Starting on Wednesday, the Biden administration will reportedly permit at least 10,000 asylum seekers whose previous claims were denied or dismissed to register to enter the United States.
Michele Klein Solomon, the International Organization for Migration’s director for North America, Central America and the Caribbean, told The Associated Press that at least 10,000 migrants whose claims of asylum were denied by the Trump administration’s Migrant Protection Protocols (MPP) — commonly known as the “Remain in Mexico” policy — for failing to appear in court will start to register, ABC 11 reported.
“The estimate seems low. There are nearly 7,000 asylum-seekers whose cases were dismissed — the vast majority in San Diego – and more than 32,000 whose cases were denied, mostly in Texas, according to Syracuse University’s Transactional Records Access Clearinghouse,” ABC 11 noted, adding, “In all, about 70,000 asylum-seekers were returned to Mexico under the policy introduced in San Diego in January 2019 and expanded across the border after then-President Donald Trump threatened Mexico with higher tariffs if it didn’t do more to reverse a major spike in border crossings.”
In May, U.S. Customs and Border Protection (CBP) recorded more than 180,000 encounters with migrants on the southern border, which ABC points out is the most recorded since March of the previous year. More than 250,000 new asylum claims were made last year.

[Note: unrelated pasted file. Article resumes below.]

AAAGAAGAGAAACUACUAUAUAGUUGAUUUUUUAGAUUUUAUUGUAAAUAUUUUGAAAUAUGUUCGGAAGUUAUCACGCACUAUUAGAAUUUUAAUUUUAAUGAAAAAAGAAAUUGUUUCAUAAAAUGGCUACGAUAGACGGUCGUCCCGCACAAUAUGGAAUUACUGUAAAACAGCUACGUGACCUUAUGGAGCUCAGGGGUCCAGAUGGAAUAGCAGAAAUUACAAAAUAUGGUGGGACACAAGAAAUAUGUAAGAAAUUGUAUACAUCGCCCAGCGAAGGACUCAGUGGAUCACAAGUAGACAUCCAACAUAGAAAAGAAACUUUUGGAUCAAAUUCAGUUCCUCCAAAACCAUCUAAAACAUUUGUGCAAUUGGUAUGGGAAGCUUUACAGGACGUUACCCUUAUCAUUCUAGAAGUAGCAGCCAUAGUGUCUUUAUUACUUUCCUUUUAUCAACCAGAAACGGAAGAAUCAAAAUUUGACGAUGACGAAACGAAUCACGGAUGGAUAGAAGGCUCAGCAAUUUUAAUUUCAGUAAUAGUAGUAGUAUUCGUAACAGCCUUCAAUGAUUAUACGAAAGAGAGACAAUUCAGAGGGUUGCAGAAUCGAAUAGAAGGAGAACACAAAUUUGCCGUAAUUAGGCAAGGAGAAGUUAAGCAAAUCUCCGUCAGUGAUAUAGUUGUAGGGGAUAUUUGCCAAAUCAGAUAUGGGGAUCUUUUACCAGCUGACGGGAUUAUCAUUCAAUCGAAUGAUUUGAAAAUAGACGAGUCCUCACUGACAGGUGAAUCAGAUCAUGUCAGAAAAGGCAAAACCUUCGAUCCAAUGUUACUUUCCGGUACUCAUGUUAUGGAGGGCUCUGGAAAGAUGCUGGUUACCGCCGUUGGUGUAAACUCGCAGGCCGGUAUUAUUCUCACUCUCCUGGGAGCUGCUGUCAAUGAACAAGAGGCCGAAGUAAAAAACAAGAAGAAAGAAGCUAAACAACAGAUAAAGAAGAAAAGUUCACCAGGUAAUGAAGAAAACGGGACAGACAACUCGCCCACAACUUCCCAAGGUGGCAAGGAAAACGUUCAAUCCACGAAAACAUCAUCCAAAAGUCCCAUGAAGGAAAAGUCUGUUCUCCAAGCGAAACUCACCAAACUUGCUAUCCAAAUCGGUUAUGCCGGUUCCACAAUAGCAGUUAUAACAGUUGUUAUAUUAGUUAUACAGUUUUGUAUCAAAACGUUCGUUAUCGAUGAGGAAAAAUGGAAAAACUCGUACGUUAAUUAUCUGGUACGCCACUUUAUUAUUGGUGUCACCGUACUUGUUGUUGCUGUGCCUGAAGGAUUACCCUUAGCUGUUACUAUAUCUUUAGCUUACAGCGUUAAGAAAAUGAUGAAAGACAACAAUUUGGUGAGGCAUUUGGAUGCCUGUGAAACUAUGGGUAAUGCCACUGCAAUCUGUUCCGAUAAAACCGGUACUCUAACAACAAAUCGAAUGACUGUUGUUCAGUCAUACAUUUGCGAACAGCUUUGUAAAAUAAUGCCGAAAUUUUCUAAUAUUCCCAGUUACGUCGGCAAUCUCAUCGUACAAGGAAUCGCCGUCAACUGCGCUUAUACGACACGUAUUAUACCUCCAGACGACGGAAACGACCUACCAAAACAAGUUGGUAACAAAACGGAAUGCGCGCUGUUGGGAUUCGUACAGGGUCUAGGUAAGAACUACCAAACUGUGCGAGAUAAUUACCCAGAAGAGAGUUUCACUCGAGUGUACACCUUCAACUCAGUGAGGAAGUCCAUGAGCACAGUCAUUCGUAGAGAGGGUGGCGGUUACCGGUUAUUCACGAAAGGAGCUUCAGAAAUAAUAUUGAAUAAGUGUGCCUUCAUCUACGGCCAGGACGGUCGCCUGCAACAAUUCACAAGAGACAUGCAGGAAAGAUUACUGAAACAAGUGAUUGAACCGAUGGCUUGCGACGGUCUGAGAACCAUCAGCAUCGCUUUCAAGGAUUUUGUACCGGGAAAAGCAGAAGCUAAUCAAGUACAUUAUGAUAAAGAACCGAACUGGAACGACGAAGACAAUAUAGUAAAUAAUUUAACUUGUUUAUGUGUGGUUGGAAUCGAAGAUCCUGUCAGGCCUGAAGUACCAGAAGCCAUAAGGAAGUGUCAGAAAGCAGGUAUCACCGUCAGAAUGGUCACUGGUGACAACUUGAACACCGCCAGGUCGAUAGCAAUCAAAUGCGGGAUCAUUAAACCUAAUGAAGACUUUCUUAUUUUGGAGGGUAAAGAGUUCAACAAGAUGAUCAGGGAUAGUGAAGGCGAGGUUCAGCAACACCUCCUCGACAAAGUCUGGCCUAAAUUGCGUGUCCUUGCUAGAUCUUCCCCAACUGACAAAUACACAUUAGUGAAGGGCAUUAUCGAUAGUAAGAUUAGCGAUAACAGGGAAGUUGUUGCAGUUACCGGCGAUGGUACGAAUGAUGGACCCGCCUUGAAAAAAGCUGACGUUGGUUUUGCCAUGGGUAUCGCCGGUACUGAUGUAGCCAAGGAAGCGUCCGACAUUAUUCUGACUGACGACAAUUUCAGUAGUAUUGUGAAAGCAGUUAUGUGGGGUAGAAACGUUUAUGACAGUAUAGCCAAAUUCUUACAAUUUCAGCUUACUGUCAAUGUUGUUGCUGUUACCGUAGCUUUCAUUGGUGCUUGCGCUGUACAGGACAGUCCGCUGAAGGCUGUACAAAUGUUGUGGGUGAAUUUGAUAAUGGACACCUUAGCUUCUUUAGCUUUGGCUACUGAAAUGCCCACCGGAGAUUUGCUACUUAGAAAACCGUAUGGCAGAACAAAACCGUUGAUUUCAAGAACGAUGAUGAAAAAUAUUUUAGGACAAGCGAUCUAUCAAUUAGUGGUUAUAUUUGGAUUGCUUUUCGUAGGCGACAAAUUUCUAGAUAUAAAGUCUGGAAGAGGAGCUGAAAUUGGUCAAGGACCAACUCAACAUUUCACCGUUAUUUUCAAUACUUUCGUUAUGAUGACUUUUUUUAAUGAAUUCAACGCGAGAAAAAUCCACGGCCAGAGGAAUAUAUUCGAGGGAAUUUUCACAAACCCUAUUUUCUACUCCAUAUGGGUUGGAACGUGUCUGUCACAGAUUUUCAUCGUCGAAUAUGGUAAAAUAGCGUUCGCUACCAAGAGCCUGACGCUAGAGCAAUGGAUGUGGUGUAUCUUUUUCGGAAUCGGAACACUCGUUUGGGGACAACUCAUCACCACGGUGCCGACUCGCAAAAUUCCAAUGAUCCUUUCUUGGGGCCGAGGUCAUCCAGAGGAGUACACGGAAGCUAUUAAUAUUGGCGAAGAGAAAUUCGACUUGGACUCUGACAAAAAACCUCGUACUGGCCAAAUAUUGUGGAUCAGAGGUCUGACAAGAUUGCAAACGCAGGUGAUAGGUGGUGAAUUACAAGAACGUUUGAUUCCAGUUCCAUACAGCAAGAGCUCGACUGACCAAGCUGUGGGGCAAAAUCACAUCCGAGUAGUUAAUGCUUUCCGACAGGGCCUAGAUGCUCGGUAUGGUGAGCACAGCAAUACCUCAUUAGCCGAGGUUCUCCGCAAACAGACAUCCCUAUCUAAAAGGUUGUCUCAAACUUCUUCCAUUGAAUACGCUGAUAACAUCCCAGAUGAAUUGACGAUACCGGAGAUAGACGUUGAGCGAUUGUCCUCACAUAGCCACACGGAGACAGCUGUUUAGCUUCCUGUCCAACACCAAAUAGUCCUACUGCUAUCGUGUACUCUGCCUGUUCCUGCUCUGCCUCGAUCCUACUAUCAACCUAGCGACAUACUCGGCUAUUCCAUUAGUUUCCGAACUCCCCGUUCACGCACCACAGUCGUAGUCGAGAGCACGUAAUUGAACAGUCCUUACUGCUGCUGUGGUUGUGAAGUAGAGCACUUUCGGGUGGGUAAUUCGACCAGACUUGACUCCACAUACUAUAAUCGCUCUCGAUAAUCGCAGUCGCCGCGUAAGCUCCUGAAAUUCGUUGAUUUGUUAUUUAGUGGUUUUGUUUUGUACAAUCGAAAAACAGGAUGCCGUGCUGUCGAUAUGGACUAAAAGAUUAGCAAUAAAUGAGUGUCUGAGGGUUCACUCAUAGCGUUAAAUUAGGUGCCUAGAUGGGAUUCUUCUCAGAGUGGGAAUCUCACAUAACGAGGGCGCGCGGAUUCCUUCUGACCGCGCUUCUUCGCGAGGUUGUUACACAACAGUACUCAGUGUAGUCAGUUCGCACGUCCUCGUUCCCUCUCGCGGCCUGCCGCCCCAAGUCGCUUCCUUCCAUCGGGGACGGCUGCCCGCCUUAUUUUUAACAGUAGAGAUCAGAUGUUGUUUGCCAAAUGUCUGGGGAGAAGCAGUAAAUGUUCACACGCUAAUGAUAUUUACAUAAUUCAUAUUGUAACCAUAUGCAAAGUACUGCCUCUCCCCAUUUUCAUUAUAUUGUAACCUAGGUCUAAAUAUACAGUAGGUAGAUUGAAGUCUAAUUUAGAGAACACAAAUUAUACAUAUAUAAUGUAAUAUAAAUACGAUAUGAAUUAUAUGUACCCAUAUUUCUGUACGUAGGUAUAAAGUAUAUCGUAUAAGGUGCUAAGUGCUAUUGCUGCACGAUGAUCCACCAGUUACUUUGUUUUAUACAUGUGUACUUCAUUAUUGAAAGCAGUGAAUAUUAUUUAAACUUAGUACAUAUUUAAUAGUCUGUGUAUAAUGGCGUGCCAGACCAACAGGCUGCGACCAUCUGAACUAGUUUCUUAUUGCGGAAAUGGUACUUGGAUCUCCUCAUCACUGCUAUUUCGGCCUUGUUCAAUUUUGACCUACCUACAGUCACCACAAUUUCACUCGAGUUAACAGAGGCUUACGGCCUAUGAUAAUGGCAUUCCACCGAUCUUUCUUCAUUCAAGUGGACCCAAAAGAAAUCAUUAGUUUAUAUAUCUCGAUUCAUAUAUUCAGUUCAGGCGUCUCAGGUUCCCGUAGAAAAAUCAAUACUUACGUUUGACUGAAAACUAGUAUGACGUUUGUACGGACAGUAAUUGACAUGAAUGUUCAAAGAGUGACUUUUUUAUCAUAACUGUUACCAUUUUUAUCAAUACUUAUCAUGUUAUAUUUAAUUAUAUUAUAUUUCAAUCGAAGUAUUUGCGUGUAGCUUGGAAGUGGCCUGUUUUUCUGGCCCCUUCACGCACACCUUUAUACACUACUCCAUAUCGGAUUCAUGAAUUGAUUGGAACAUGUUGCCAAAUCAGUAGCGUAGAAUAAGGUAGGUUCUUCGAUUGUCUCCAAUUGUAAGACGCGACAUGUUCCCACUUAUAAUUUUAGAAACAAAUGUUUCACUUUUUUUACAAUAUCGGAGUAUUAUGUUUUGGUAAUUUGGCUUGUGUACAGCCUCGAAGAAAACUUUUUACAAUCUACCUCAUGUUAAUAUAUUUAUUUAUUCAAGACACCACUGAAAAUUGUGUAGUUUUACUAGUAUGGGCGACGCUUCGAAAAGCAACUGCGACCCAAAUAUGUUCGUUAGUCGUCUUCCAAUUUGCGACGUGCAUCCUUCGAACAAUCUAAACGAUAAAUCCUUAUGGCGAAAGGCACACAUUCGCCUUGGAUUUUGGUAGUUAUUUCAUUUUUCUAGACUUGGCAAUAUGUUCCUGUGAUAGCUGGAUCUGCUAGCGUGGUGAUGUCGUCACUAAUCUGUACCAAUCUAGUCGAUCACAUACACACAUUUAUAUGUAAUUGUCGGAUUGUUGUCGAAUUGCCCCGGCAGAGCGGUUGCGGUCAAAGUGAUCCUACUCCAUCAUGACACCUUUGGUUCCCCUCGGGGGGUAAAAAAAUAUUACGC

In early 2020, Heather Swift, spokeswoman for the Department of Homeland Security, stated, “MPP is one of the most important and effective tools we have implemented to confront the crisis on the border and we will continue to strengthen and expand.”
In March 2020, the Heritage Foundation wrote of the Trump administration’s “Remain in Mexico” policy:
Once word got out about this new policy, the number of illegal crossings plummeted. With the cooperation of the Mexican government, more than 60,000 illegal immigrants were returned to Mexico over a 13-month period. New immigration courts at key crossing points like Laredo, Texas, drastically reduced the time needed to process asylum claims, so that refugees with legitimate asylum claims had their cases heard much faster.
Acting Homeland Security Secretary Chad Wolf said the MPP “allowed us to take control of the crisis” at the border that was overwhelming the Border Patrol and our immigration capabilities.
The Biden administration put a temporary hold on MPP the day Biden was inaugurated. On June 1, 2021, Homeland Security Secretary Alejandro Mayorkas announced he was ending the policy, writing in a memo:
I have determined that MPP does not adequately or sustainably enhance border management in such a way as to justify the program’s extensive operational burdens and other shortfalls. Over the course of the program, border encounters increased during certain periods and decreased during others.
Based on Department policy documents, DHS originally intended the program to more quickly adjudicate legitimate asylum claims and clear asylum backlogs. It is certainly true that some removal proceedings conducted pursuant to MPP were completed more expeditiously than is typical for non-detained cases, but this came with certain significant drawbacks that are cause for concern. The focus on speed was not always matched with sufficient efforts to ensure that conditions in Mexico enabled migrants to attend their immigration proceedings.
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